06. I've Got a Feeling (remixed live version from Naked)
The Let It Be version is pretty good; it's a powerful song in any version, but the live rooftop takes are especially strong. Although the heavy editing done to this track on Naked may go against the original intentions, I find the mashing of the two live takes to be the absolute best version I've heard. This is also the approximate placement in every version but Let It Be. I like the live versions in general because of their sheer spontaneous power, and this is a perfect example. To me, the rooftop concert embodies the spirit of this album, and hence, except for "Don't Let Me Down", I choose live versions in every case possible.

07. One After 909 (original live version from Let It Be)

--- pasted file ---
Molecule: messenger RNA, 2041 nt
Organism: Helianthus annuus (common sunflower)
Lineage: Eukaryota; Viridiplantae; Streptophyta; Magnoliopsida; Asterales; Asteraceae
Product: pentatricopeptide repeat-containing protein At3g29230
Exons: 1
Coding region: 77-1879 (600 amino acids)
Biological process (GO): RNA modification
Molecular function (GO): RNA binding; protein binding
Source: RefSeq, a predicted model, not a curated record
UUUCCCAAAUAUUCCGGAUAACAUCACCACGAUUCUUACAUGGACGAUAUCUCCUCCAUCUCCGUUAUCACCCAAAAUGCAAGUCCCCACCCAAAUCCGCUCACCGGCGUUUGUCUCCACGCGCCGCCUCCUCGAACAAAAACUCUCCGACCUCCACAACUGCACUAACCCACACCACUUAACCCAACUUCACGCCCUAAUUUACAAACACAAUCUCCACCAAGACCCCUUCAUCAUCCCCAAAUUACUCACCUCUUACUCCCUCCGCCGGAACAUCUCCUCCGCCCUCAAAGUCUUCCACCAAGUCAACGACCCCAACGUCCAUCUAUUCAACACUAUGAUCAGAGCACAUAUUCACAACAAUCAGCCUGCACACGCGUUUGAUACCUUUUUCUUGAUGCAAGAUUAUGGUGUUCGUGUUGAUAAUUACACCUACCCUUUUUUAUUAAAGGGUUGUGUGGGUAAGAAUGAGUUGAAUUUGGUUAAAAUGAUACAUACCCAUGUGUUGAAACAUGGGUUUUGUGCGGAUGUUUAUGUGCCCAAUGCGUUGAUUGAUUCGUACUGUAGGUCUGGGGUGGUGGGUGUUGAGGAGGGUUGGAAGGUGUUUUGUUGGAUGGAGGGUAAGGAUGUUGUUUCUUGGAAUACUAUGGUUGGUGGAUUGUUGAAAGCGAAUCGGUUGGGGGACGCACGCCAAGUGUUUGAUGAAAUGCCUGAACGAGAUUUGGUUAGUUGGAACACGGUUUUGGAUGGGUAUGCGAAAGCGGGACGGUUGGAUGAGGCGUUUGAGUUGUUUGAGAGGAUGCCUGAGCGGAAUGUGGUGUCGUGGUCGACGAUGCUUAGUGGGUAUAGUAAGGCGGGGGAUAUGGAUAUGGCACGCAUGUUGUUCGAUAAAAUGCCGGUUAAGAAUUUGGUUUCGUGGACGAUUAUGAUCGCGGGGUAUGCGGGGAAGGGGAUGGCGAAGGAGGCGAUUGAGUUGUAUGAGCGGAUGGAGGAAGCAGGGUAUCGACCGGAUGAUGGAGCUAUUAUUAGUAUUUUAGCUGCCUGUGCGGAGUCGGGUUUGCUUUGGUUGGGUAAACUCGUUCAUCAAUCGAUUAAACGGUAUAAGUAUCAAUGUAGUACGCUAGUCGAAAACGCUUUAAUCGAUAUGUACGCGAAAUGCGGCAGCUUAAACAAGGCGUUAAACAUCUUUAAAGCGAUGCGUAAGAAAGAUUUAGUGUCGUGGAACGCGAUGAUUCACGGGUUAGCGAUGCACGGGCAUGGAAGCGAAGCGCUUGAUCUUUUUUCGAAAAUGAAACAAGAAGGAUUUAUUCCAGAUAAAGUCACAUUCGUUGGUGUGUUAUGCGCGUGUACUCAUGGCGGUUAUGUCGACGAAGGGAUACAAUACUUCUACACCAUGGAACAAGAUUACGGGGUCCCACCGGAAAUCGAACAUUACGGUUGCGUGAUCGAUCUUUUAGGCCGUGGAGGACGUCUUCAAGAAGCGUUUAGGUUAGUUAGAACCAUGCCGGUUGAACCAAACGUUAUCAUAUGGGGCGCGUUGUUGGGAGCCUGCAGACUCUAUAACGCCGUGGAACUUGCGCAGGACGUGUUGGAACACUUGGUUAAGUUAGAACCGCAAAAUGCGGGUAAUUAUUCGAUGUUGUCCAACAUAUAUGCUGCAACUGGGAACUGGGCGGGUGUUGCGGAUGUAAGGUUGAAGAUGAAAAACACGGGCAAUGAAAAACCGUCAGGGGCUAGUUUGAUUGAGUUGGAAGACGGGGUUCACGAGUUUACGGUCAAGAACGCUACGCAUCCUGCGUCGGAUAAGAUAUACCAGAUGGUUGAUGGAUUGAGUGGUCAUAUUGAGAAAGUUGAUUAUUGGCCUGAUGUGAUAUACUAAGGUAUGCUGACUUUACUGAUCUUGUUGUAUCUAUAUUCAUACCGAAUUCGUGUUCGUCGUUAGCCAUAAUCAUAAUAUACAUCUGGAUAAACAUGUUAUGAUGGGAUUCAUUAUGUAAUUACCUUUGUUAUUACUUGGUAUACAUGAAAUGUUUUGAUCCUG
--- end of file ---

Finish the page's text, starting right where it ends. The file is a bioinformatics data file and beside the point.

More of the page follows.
The standard Let It Be version suits me best, as does it's placement after "I've Got a Feeling" (the sequence is also used on Naked.) I prefer Spector's production of the live version over Get Back's weaker mix, whereas the remix looses some of its feeling – and the "Danny Boy" tease at the end, which is, of course, extremely important.

08. Dig It (original edited version from Let It Be)
"Dig It" has to be immediately before "Let It Be" because of Lennon's great line "... and now we'd like to do... 'Hark, the Herald Angels Come!'" I prefer the edit over the full take heard on both versions of Get Back, because, honestly, the full version isn't very good and it gets old. The edit features the best lines ("... like the FBI / And the CIA / And the BBC / B.B. King! / And Doris Day! Matt Busby!") but cuts the less interesting parts. Naked mistakenly cuts the song entirely, but I think it's important to the the general atmosphere, and especially to contrast the almost-too-overt "Let It Be". There is a bit of a problem in that the fade-out from "One After 909" into the fade-in of this song takes way too long, and manual editing is probably necessary to shorten the gap.

09. Let It Be (single version, also Past Masters)